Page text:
A box full of photos and memorabilia is one type of Treasure Chest of Memories
You may have noticed that at the end of many of my posts, I refer you to my memory-sharing site, TreasureChestofMemories.com. I figure the time has come to tell you the rest of the story.
The original Treasure Chest of Memories
My passion for telling stories stems from a gift left by my grandmother. Shortly before her death, Hazel Crymes passed on an old spiral notebook filled with a lifetime of memories, which she dubbed her “Treasure Chest of Memories.” Her writings included childhood memories, stories of her children as they grew, good recipes, and wisdom she had gathered along the way. Continue reading
Although a new or altered perspective on life can come from small experiences—like turning on a light switch after a multiday power outage, the lasting changes tend to come from larger life events. For my dad, it came from a close call with the school of hard knocks. Continue reading
A 100th post should be something special. Failing that, it should be about someone special.
My parents were into greeting cards. Not the Helen Steiner Rice sweet or inspirational greeting cards—they preferred funny ones or zingers. On a good day, you’d get a funny zinger. (That’s why my husband is in charge of picking out cards for his parents. My choices probably wouldn’t go over that well. )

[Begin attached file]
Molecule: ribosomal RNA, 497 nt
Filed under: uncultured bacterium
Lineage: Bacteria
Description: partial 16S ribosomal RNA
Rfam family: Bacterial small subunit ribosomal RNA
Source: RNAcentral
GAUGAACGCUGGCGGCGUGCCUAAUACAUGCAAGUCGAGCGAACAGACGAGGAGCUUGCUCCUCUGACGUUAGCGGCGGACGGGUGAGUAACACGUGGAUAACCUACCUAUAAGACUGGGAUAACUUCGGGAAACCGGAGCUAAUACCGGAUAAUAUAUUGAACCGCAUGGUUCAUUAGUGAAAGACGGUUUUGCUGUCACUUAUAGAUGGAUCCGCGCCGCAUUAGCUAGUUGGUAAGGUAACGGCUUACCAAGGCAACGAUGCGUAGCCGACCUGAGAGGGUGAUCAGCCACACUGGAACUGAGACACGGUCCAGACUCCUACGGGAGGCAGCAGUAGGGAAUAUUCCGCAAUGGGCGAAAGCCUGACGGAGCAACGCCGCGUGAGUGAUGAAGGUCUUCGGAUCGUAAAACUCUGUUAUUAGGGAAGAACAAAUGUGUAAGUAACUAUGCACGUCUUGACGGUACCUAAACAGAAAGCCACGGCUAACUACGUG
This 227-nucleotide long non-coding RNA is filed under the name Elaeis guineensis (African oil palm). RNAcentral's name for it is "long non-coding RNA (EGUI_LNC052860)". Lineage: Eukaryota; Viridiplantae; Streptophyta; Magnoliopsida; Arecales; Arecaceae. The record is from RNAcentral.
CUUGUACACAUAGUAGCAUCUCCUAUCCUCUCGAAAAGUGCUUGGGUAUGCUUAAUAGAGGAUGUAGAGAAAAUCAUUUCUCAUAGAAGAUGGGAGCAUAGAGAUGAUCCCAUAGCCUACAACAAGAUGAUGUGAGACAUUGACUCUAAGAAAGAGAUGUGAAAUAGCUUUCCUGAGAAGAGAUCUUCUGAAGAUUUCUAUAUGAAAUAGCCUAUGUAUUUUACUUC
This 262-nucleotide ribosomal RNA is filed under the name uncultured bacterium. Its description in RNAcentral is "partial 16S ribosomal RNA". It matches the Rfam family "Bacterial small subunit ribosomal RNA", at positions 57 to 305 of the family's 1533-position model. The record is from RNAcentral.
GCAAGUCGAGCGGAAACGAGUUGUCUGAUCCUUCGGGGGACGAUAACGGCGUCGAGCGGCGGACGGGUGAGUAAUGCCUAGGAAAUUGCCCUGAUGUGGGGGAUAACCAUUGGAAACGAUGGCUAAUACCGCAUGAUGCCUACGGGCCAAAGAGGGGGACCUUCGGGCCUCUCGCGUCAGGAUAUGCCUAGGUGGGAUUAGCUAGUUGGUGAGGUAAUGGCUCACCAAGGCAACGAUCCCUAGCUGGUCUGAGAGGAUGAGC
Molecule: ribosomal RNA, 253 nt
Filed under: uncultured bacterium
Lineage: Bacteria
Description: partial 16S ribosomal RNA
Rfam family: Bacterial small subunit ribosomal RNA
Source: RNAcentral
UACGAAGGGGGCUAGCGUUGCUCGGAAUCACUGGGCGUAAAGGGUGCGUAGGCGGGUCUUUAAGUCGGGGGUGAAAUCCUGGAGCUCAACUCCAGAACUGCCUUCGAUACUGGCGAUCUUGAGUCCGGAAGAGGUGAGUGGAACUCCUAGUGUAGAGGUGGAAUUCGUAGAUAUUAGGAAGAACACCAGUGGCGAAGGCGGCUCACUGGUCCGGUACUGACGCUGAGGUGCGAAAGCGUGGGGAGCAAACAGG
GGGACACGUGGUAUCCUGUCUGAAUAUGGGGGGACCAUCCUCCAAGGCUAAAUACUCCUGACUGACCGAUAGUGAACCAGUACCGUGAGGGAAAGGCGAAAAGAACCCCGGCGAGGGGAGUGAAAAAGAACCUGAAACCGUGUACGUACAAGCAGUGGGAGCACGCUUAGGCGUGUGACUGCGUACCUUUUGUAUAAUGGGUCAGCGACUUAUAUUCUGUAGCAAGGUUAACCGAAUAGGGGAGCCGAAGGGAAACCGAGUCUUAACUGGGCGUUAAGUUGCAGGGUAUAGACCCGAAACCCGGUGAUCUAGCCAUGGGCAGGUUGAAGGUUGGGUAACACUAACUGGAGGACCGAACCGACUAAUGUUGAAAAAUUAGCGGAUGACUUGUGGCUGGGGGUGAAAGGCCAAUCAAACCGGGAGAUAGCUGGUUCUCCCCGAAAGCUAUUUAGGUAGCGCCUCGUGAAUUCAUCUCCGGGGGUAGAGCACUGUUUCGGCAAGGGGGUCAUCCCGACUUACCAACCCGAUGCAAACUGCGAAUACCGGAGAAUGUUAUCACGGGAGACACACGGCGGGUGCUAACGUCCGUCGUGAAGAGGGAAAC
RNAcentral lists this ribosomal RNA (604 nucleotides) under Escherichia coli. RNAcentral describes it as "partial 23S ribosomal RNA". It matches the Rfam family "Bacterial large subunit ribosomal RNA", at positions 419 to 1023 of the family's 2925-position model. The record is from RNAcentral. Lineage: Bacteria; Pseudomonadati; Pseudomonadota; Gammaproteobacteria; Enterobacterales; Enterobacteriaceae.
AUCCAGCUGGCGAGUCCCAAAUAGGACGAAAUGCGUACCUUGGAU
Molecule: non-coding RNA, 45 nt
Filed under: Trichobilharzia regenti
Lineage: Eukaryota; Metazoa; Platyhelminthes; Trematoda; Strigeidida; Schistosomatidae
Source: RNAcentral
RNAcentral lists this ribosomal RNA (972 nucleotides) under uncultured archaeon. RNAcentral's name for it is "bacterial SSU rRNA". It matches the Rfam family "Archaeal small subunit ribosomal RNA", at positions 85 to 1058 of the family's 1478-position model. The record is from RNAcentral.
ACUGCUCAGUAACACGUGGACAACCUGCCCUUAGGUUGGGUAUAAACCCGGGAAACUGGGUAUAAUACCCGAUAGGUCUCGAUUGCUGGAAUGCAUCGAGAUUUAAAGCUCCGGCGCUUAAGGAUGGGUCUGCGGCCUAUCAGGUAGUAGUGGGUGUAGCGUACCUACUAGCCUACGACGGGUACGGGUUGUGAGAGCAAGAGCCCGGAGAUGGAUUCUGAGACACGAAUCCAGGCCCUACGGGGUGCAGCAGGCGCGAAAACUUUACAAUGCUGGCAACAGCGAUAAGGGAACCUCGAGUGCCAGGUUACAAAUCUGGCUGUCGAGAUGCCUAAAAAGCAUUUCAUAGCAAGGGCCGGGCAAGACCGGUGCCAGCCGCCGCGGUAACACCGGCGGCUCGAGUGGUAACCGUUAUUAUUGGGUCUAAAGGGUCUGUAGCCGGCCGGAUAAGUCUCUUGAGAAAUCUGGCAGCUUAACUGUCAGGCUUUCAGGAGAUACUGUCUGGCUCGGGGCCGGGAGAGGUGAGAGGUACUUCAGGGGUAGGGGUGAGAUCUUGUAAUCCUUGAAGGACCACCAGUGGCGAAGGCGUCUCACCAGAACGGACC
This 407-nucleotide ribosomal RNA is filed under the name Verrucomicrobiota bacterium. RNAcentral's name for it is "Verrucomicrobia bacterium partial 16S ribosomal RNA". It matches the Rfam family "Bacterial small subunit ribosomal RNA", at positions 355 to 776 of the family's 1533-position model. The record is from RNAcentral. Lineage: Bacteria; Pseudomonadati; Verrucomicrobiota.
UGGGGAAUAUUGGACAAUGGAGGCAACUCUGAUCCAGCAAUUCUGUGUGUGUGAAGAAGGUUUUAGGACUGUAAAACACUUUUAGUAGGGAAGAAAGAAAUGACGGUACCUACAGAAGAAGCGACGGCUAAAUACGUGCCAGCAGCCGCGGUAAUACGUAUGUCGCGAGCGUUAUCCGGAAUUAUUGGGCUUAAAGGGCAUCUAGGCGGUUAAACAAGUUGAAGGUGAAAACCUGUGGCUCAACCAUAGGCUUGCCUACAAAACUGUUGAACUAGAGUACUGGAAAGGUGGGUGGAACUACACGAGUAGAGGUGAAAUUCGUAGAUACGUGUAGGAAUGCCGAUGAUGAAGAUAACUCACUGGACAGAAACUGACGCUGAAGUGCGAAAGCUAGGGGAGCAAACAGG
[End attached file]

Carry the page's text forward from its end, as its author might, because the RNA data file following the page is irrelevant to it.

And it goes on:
When I get on my memory-sharing soapbox, one of my mantras is that cards and letters should be preserved because they reveal so much about daily companionship. This exemplar, a homemade card from my mother to my father does just that. It also reveals that there was the occasional snowstorm in South Carolina. (Judging from the fact that it was too bad to drive, the snow must of topped out at over ½ inch.)
Card from my mom to my dad.
(c)Laura Hedgecock 2013
My passion for genealogy is what led me to volunteer to “key” for the World Archives project in which millions of microfilmed records are being indexed.
A feeling of headiness with my “exceptional” accuracy rating and my German led me to choose to key 1940 – 1941 WWII Nazi records from Kraków, Poland in which Jews applied for permits to remain in the city.
Immersion into this ugly period of history is itself disturbing. It’s difficult for me to imagine a world in which one, by virtue of their faith, had to apply for a permit to keep a few pounds of their personal belongs and live in squalor. Looking at the rejections is even more disturbing. In 1940 Kraków, that must have been terrifying. Seeing the names and addresses of these individuals, I yearn to hear the rest of their stories. Just because there were so many of them, doesn’t mean each one’s not a poignant drama worthy of being told.
What did they do? Where did they go? Did they survive? Do they have relatives looking for their records?
Here’s hoping that one day their subsequent generations will hear their stories.
©Laura Hedgecock 2011